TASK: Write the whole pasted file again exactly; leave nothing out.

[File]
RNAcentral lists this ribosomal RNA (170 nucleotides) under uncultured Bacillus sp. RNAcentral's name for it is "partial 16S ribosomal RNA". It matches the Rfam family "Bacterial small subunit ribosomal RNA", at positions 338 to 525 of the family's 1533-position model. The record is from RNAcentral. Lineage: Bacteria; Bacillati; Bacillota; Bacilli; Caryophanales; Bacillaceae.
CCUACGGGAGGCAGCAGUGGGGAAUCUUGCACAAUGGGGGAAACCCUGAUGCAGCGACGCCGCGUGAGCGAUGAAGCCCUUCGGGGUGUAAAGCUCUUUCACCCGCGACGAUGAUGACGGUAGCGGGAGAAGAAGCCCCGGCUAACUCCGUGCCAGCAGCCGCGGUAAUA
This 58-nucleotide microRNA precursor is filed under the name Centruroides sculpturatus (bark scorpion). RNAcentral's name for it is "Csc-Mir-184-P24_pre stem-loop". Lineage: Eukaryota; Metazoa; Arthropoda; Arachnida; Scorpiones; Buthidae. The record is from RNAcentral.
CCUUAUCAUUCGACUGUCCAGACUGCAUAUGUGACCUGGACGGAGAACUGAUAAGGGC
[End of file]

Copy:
RNAcentral lists this ribosomal RNA (170 nucleotides) under uncultured Bacillus sp. RNAcentral's name for it is "partial 16S ribosomal RNA". It matches the Rfam family "Bacterial small subunit ribosomal RNA", at positions 338 to 525 of the family's 1533-position model. The record is from RNAcentral. Lineage: Bacteria; Bacillati; Bacillota; Bacilli; Caryophanales; Bacillaceae.
CCUACGGGAGGCAGCAGUGGGGAAUCUUGCACAAUGGGGGAAACCCUGAUGCAGCGACGCCGCGUGAGCGAUGAAGCCCUUCGGGGUGUAAAGCUCUUUCACCCGCGACGAUGAUGACGGUAGCGGGAGAAGAAGCCCCGGCUAACUCCGUGCCAGCAGCCGCGGUAAUA
This 58-nucleotide microRNA precursor is filed under the name Centruroides sculpturatus (bark scorpion). RNAcentral's name for it is "Csc-Mir-184-P24_pre stem-loop". Lineage: Eukaryota; Metazoa; Arthropoda; Arachnida; Scorpiones; Buthidae. The record is from RNAcentral.
CCUUAUCAUUCGACUGUCCAGACUGCAUAUGUGACCUGGACGGAGAACUGAUAAGGGC